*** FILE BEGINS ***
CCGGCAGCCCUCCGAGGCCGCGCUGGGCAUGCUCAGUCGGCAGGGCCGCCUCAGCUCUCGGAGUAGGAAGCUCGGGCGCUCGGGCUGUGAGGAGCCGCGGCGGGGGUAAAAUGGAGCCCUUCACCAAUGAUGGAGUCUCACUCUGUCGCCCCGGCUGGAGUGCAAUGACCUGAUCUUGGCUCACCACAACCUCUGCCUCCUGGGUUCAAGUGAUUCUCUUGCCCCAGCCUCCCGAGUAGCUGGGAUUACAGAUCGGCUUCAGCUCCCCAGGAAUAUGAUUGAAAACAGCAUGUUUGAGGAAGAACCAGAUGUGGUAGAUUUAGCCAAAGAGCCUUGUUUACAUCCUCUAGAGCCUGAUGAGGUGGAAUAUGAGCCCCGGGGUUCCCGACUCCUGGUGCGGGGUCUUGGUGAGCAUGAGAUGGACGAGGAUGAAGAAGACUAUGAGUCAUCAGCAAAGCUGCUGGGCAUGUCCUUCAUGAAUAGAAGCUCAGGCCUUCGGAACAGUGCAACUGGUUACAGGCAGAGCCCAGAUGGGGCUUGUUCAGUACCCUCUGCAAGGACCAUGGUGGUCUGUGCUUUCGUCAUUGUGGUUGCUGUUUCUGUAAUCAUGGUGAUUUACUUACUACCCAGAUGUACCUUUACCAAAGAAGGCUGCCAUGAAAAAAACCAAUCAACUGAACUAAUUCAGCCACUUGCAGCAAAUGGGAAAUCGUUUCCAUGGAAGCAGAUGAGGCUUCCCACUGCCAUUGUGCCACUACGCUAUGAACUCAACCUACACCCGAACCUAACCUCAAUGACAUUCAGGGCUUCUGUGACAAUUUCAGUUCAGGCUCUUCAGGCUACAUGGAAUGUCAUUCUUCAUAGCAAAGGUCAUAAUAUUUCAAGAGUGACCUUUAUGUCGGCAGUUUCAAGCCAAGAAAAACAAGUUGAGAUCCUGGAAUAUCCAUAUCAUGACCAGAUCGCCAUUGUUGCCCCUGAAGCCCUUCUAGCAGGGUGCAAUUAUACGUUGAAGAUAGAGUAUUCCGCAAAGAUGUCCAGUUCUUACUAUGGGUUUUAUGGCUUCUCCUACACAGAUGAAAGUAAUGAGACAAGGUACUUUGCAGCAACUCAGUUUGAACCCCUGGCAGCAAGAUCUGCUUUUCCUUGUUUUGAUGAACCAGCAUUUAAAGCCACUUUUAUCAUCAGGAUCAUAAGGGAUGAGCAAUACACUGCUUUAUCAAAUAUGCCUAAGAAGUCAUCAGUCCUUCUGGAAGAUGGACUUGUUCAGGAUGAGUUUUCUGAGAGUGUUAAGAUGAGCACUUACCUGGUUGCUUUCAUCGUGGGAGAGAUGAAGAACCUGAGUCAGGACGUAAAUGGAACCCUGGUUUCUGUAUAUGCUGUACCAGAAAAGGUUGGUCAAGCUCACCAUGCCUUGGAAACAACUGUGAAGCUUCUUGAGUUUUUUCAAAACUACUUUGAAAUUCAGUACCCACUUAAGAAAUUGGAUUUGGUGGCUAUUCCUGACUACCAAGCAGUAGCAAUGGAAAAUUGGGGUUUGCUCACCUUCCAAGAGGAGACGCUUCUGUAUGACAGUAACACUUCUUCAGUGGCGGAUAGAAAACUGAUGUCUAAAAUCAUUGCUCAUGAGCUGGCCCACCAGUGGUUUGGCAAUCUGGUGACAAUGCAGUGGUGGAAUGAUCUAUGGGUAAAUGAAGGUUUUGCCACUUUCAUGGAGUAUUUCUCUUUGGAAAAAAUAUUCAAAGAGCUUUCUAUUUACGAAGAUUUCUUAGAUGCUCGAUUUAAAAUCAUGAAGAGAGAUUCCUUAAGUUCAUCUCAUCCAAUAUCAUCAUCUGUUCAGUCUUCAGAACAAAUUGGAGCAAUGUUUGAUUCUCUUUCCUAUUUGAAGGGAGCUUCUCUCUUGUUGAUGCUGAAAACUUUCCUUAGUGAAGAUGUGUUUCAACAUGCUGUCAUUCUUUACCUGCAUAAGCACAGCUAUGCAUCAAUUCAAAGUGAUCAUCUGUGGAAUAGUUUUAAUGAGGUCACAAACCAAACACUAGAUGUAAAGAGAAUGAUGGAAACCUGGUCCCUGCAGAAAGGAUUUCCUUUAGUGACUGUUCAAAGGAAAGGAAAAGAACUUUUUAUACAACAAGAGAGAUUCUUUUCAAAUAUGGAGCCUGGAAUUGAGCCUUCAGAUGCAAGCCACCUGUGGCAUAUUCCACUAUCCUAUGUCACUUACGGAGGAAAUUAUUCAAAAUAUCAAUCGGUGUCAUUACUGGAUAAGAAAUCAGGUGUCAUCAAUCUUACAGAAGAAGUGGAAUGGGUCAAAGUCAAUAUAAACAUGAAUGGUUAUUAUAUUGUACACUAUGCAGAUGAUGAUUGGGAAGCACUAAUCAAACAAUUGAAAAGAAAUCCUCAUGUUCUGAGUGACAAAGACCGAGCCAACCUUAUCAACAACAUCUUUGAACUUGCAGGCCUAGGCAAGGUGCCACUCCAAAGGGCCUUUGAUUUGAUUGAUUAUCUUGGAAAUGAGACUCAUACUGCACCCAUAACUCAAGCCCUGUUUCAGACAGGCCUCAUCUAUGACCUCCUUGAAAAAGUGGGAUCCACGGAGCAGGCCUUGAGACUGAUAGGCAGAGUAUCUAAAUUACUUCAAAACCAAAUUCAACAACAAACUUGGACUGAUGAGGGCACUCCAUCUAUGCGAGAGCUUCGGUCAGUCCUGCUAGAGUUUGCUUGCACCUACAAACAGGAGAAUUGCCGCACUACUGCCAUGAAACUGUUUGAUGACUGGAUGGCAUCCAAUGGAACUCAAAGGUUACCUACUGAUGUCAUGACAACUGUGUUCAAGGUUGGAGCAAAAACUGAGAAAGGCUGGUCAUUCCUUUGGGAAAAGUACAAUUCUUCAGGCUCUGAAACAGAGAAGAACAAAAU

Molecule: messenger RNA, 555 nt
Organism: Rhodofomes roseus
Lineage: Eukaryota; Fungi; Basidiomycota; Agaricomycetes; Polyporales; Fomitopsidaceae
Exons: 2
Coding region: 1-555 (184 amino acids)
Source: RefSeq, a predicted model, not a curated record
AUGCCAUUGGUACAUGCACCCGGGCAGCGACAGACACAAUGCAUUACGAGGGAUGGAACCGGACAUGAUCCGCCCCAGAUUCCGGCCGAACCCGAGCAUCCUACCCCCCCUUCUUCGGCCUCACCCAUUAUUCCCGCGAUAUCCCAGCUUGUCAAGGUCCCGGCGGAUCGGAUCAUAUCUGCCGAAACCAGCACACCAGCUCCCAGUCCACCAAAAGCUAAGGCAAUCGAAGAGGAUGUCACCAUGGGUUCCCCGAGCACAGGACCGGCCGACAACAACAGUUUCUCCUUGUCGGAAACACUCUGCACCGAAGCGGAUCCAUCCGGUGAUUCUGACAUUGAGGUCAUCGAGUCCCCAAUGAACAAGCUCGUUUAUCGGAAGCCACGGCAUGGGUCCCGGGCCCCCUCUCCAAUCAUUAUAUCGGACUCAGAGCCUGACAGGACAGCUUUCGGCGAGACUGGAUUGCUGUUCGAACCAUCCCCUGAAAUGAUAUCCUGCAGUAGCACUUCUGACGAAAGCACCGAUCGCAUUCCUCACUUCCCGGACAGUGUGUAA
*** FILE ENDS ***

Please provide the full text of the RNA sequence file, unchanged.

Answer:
CCGGCAGCCCUCCGAGGCCGCGCUGGGCAUGCUCAGUCGGCAGGGCCGCCUCAGCUCUCGGAGUAGGAAGCUCGGGCGCUCGGGCUGUGAGGAGCCGCGGCGGGGGUAAAAUGGAGCCCUUCACCAAUGAUGGAGUCUCACUCUGUCGCCCCGGCUGGAGUGCAAUGACCUGAUCUUGGCUCACCACAACCUCUGCCUCCUGGGUUCAAGUGAUUCUCUUGCCCCAGCCUCCCGAGUAGCUGGGAUUACAGAUCGGCUUCAGCUCCCCAGGAAUAUGAUUGAAAACAGCAUGUUUGAGGAAGAACCAGAUGUGGUAGAUUUAGCCAAAGAGCCUUGUUUACAUCCUCUAGAGCCUGAUGAGGUGGAAUAUGAGCCCCGGGGUUCCCGACUCCUGGUGCGGGGUCUUGGUGAGCAUGAGAUGGACGAGGAUGAAGAAGACUAUGAGUCAUCAGCAAAGCUGCUGGGCAUGUCCUUCAUGAAUAGAAGCUCAGGCCUUCGGAACAGUGCAACUGGUUACAGGCAGAGCCCAGAUGGGGCUUGUUCAGUACCCUCUGCAAGGACCAUGGUGGUCUGUGCUUUCGUCAUUGUGGUUGCUGUUUCUGUAAUCAUGGUGAUUUACUUACUACCCAGAUGUACCUUUACCAAAGAAGGCUGCCAUGAAAAAAACCAAUCAACUGAACUAAUUCAGCCACUUGCAGCAAAUGGGAAAUCGUUUCCAUGGAAGCAGAUGAGGCUUCCCACUGCCAUUGUGCCACUACGCUAUGAACUCAACCUACACCCGAACCUAACCUCAAUGACAUUCAGGGCUUCUGUGACAAUUUCAGUUCAGGCUCUUCAGGCUACAUGGAAUGUCAUUCUUCAUAGCAAAGGUCAUAAUAUUUCAAGAGUGACCUUUAUGUCGGCAGUUUCAAGCCAAGAAAAACAAGUUGAGAUCCUGGAAUAUCCAUAUCAUGACCAGAUCGCCAUUGUUGCCCCUGAAGCCCUUCUAGCAGGGUGCAAUUAUACGUUGAAGAUAGAGUAUUCCGCAAAGAUGUCCAGUUCUUACUAUGGGUUUUAUGGCUUCUCCUACACAGAUGAAAGUAAUGAGACAAGGUACUUUGCAGCAACUCAGUUUGAACCCCUGGCAGCAAGAUCUGCUUUUCCUUGUUUUGAUGAACCAGCAUUUAAAGCCACUUUUAUCAUCAGGAUCAUAAGGGAUGAGCAAUACACUGCUUUAUCAAAUAUGCCUAAGAAGUCAUCAGUCCUUCUGGAAGAUGGACUUGUUCAGGAUGAGUUUUCUGAGAGUGUUAAGAUGAGCACUUACCUGGUUGCUUUCAUCGUGGGAGAGAUGAAGAACCUGAGUCAGGACGUAAAUGGAACCCUGGUUUCUGUAUAUGCUGUACCAGAAAAGGUUGGUCAAGCUCACCAUGCCUUGGAAACAACUGUGAAGCUUCUUGAGUUUUUUCAAAACUACUUUGAAAUUCAGUACCCACUUAAGAAAUUGGAUUUGGUGGCUAUUCCUGACUACCAAGCAGUAGCAAUGGAAAAUUGGGGUUUGCUCACCUUCCAAGAGGAGACGCUUCUGUAUGACAGUAACACUUCUUCAGUGGCGGAUAGAAAACUGAUGUCUAAAAUCAUUGCUCAUGAGCUGGCCCACCAGUGGUUUGGCAAUCUGGUGACAAUGCAGUGGUGGAAUGAUCUAUGGGUAAAUGAAGGUUUUGCCACUUUCAUGGAGUAUUUCUCUUUGGAAAAAAUAUUCAAAGAGCUUUCUAUUUACGAAGAUUUCUUAGAUGCUCGAUUUAAAAUCAUGAAGAGAGAUUCCUUAAGUUCAUCUCAUCCAAUAUCAUCAUCUGUUCAGUCUUCAGAACAAAUUGGAGCAAUGUUUGAUUCUCUUUCCUAUUUGAAGGGAGCUUCUCUCUUGUUGAUGCUGAAAACUUUCCUUAGUGAAGAUGUGUUUCAACAUGCUGUCAUUCUUUACCUGCAUAAGCACAGCUAUGCAUCAAUUCAAAGUGAUCAUCUGUGGAAUAGUUUUAAUGAGGUCACAAACCAAACACUAGAUGUAAAGAGAAUGAUGGAAACCUGGUCCCUGCAGAAAGGAUUUCCUUUAGUGACUGUUCAAAGGAAAGGAAAAGAACUUUUUAUACAACAAGAGAGAUUCUUUUCAAAUAUGGAGCCUGGAAUUGAGCCUUCAGAUGCAAGCCACCUGUGGCAUAUUCCACUAUCCUAUGUCACUUACGGAGGAAAUUAUUCAAAAUAUCAAUCGGUGUCAUUACUGGAUAAGAAAUCAGGUGUCAUCAAUCUUACAGAAGAAGUGGAAUGGGUCAAAGUCAAUAUAAACAUGAAUGGUUAUUAUAUUGUACACUAUGCAGAUGAUGAUUGGGAAGCACUAAUCAAACAAUUGAAAAGAAAUCCUCAUGUUCUGAGUGACAAAGACCGAGCCAACCUUAUCAACAACAUCUUUGAACUUGCAGGCCUAGGCAAGGUGCCACUCCAAAGGGCCUUUGAUUUGAUUGAUUAUCUUGGAAAUGAGACUCAUACUGCACCCAUAACUCAAGCCCUGUUUCAGACAGGCCUCAUCUAUGACCUCCUUGAAAAAGUGGGAUCCACGGAGCAGGCCUUGAGACUGAUAGGCAGAGUAUCUAAAUUACUUCAAAACCAAAUUCAACAACAAACUUGGACUGAUGAGGGCACUCCAUCUAUGCGAGAGCUUCGGUCAGUCCUGCUAGAGUUUGCUUGCACCUACAAACAGGAGAAUUGCCGCACUACUGCCAUGAAACUGUUUGAUGACUGGAUGGCAUCCAAUGGAACUCAAAGGUUACCUACUGAUGUCAUGACAACUGUGUUCAAGGUUGGAGCAAAAACUGAGAAAGGCUGGUCAUUCCUUUGGGAAAAGUACAAUUCUUCAGGCUCUGAAACAGAGAAGAACAAAAU

Molecule: messenger RNA, 555 nt
Organism: Rhodofomes roseus
Lineage: Eukaryota; Fungi; Basidiomycota; Agaricomycetes; Polyporales; Fomitopsidaceae
Exons: 2
Coding region: 1-555 (184 amino acids)
Source: RefSeq, a predicted model, not a curated record
AUGCCAUUGGUACAUGCACCCGGGCAGCGACAGACACAAUGCAUUACGAGGGAUGGAACCGGACAUGAUCCGCCCCAGAUUCCGGCCGAACCCGAGCAUCCUACCCCCCCUUCUUCGGCCUCACCCAUUAUUCCCGCGAUAUCCCAGCUUGUCAAGGUCCCGGCGGAUCGGAUCAUAUCUGCCGAAACCAGCACACCAGCUCCCAGUCCACCAAAAGCUAAGGCAAUCGAAGAGGAUGUCACCAUGGGUUCCCCGAGCACAGGACCGGCCGACAACAACAGUUUCUCCUUGUCGGAAACACUCUGCACCGAAGCGGAUCCAUCCGGUGAUUCUGACAUUGAGGUCAUCGAGUCCCCAAUGAACAAGCUCGUUUAUCGGAAGCCACGGCAUGGGUCCCGGGCCCCCUCUCCAAUCAUUAUAUCGGACUCAGAGCCUGACAGGACAGCUUUCGGCGAGACUGGAUUGCUGUUCGAACCAUCCCCUGAAAUGAUAUCCUGCAGUAGCACUUCUGACGAAAGCACCGAUCGCAUUCCUCACUUCCCGGACAGUGUGUAA